In accordance with normal Commission practice, and in order to safeguard the necessary degree of confidentiality, senior management appointments at Director-General or Deputy Director-General level are always presented directly to the College on the same day that the College decides on them (in this case on 21 February). The Commissioner responsible for Budget and Human Resources presented a set of proposals for appointments of senior managers in agreement with the President and after consulting the recruiting Commissioner and the relevant Vice-President(s). Among them was the decision to appoint Mr Selmayr as Deputy Secretary-General of the European Commission. Mr Selmayr had applied for this post (which had been published on 31 January 2018) and underwent the procedure foreseen in Article 29 of the Staff Regulations, including a full day Assessment Centre, an interview, assessment and opinion by the Consultative Committee on Appointments (CCA), an interview with Commissioner Oettinger in charge of Budget and Human Resources and an interview with President Juncker.

On 20 February, Commissioner Oettinger was informed by President Juncker about the decision of Mr Italianer to submit his retirement letter the next morning (21 February) and that, consequently, he would propose that Mr Selmayr be transferred (in line with Article 7 of the Staff Regulations) to the post of Secretary-General. Commissioner Oettinger expressed his full agreement, and the proposal was then unanimously agreed by the College on 21 February.

Also on 20 February, the President consulted First Vice-President Timmermans who gave his agreement. The President consulted the First Vice-President, as he consults him on all important decisions of the Commission, in view of the special role he plays in the set-up of the Juncker Commission. In addition, the First Vice-President has a special relationship with the Secretary-General in view of his responsibility, notably for institutional matters, better regulation and the Commission's Work Programme.

When President Juncker then proposed, during the College meeting on 21 February, to appoint Mr Selmayr Secretary-General in line with Article 7 of the Staff Regulations, all Members of the College agreed unanimously.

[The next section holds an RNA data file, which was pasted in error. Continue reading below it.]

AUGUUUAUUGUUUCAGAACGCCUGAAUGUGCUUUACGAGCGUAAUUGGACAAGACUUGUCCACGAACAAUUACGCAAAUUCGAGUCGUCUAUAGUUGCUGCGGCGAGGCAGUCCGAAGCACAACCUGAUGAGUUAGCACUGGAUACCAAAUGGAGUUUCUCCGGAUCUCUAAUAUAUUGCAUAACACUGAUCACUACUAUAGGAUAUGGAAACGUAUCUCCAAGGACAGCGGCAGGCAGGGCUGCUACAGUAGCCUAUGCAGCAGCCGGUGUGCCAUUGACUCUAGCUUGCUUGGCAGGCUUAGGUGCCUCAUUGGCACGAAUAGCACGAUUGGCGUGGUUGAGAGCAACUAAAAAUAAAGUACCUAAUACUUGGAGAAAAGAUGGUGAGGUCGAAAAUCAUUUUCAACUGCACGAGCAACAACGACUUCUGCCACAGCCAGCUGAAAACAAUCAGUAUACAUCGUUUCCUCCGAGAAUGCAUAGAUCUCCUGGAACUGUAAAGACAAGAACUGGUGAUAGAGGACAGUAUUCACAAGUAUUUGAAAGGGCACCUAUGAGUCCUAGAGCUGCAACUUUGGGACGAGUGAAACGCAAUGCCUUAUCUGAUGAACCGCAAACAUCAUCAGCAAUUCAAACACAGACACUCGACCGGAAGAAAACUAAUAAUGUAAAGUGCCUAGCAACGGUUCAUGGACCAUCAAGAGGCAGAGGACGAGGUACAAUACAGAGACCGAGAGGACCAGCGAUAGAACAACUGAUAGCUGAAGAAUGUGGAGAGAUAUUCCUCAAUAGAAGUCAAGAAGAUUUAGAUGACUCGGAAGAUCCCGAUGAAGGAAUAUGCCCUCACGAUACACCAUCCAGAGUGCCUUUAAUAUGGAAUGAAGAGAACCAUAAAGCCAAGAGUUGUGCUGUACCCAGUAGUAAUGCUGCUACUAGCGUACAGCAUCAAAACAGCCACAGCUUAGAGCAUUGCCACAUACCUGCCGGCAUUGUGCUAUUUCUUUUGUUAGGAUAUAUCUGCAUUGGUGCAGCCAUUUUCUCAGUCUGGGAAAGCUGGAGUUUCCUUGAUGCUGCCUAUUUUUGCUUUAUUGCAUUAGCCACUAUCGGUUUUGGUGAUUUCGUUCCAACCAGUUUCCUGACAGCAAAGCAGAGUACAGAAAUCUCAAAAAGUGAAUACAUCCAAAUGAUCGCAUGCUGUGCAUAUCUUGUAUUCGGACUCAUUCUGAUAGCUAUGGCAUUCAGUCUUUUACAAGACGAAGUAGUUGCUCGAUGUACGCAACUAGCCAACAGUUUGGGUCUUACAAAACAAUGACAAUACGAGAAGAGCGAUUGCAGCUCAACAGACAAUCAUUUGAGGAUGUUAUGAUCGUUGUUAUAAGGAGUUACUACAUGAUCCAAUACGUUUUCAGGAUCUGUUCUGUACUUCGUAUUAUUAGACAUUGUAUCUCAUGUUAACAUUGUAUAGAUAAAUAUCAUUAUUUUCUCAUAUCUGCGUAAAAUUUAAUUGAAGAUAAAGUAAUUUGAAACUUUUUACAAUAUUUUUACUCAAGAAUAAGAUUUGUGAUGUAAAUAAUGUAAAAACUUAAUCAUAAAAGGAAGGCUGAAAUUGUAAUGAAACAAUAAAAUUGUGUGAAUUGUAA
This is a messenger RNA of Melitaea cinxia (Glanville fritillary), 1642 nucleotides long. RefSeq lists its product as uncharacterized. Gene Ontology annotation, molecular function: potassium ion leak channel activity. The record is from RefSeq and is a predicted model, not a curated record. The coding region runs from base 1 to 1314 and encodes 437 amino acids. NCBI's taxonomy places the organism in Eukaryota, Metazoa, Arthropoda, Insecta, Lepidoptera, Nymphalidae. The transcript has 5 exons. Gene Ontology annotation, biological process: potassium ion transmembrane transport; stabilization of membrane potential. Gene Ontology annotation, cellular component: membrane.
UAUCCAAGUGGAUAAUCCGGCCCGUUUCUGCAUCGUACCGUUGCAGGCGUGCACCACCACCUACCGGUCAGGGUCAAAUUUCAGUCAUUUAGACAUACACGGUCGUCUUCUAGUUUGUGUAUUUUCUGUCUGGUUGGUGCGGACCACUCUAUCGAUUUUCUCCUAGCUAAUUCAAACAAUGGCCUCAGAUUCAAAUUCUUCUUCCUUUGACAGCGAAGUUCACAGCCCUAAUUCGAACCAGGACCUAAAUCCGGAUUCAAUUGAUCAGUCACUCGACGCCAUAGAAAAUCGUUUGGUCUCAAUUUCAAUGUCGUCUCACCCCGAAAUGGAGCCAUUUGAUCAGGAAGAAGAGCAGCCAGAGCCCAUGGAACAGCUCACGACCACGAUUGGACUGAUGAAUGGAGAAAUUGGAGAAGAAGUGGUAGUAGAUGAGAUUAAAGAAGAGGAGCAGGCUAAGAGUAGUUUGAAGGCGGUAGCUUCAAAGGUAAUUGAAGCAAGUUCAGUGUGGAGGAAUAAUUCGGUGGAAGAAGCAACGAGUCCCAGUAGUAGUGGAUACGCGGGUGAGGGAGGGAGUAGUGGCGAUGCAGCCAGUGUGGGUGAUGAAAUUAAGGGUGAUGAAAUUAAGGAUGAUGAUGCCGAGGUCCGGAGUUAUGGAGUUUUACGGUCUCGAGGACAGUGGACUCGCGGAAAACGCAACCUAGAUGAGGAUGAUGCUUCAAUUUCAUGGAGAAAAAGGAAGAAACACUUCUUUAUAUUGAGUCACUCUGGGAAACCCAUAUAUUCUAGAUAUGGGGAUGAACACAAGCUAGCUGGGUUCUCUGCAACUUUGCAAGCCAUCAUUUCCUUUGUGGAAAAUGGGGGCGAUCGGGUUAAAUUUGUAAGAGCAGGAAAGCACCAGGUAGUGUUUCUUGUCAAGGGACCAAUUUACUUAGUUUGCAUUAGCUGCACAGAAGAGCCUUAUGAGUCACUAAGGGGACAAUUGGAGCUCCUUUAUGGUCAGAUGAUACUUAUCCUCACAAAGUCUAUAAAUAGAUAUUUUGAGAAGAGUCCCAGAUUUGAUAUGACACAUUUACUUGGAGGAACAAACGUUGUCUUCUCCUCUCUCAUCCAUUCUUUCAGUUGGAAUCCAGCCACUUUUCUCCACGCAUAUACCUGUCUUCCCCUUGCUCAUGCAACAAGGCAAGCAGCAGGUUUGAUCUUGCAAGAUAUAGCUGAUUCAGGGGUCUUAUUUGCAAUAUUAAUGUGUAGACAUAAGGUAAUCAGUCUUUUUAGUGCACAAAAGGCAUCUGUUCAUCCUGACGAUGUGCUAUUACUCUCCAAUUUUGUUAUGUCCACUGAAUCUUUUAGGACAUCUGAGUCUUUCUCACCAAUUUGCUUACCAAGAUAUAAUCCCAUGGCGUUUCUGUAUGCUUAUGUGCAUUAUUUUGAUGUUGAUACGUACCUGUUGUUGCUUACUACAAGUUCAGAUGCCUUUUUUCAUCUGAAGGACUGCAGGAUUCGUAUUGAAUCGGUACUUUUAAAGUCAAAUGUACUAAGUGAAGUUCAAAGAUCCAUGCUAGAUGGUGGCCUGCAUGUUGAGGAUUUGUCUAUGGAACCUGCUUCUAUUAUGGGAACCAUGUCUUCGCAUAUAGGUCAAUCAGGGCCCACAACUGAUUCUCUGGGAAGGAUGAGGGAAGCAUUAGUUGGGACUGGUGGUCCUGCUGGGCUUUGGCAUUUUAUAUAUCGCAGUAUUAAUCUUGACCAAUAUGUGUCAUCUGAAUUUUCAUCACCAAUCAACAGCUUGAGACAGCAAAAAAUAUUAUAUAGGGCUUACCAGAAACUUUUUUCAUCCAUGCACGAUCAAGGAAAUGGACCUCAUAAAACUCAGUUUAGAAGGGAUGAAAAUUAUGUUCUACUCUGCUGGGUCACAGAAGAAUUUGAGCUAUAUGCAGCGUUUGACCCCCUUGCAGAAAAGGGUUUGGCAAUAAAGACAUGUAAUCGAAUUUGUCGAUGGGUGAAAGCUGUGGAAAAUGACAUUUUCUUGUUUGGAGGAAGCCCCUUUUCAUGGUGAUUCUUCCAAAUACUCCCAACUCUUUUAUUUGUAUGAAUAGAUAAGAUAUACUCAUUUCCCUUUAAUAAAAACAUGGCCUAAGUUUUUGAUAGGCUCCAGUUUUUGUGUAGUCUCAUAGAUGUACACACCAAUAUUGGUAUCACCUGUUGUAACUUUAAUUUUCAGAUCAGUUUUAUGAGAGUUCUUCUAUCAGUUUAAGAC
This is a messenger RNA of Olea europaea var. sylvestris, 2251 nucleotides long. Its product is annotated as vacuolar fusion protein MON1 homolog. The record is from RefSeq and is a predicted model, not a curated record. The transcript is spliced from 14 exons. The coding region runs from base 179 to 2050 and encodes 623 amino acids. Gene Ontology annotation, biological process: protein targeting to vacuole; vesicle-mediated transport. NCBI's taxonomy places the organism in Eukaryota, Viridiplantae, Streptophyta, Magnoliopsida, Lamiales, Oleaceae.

4 How was it possible that Mr Selmayr was promoted twice within one College meeting?

There was no promotion. Mr Selmayr was an AD15 official before the Commission meeting of 21 February 2018, and he still is an AD15 official today.

5. Did Mr Selmayr have the necessary qualifications to be appointed Deputy Decretory-General and Secretary-General? Does he have management experience?

There is no doubt that Mr Selmayr, an AD15 official (since January 2017) with 8 years senior management experience in the Commission (as Head of Cabinet of former Vice-President Viviane Reding, Principal Adviser in DG ECFIN and then as Head of Cabinet of President Juncker), has all the necessary qualifications for the performance of the function of Deputy Secretary-General or Secretary-General (both being the same grade as can be seen from the table on page 1).

Mr Selmayr's Commission career record in detail:

Mr Selmayr has in fact undergone several selection procedures in his career in the European Commission:

-      In 2002/2003, under the Prodi Commission, he was one of the 4,557 eligible candidates in an AD Competition COM/A/10/01 (Law). 156 candidates (3,4% rate) passed the competition, including Mr Selmayr. He was chosen from the 156 laureates reserve list published in the Official Journal (OJ 8.3.2003 C 54/5) and joined the European Commission in November 2004.

-      In April/May 2014, Mr Selmayr was one of 91 candidates for the post of Principal Adviser to the European Bank for Reconstruction and Development (a position at the level of a Director in DG ECFIN) and successfully went through the entire selection procedure (Article 29 of the Staff Regulations), including a full day Assessment Centre, interview, assessment and opinion by the Consultative Committee on Appointments and interview byOlli Rehn, the Vice-President for Economic and Monetary Affairs and the Euro. Subsequently, he was appointed Principal Adviser (a position at the level of Director) by the College of Commissioners under the Barroso Commission.

-      In February 2018, Mr Selmayr applied for the position of Deputy Secretary-General and underwent again the procedure foreseen in Article 29 of the Staff Regulations, including a full day Assessment Centre, an interview, assessment and opinion by the Consultative Committee on Appointments, an interview with Commissioner Oettinger in charge of Budget and Human Resources and with President Juncker. He was appointed by unanimous decision of the College of Commissioners.

6. Could Mr Selmayr have been appointed to the position of Secretary-General without having been appointed to the position of Deputy Secretary-General before?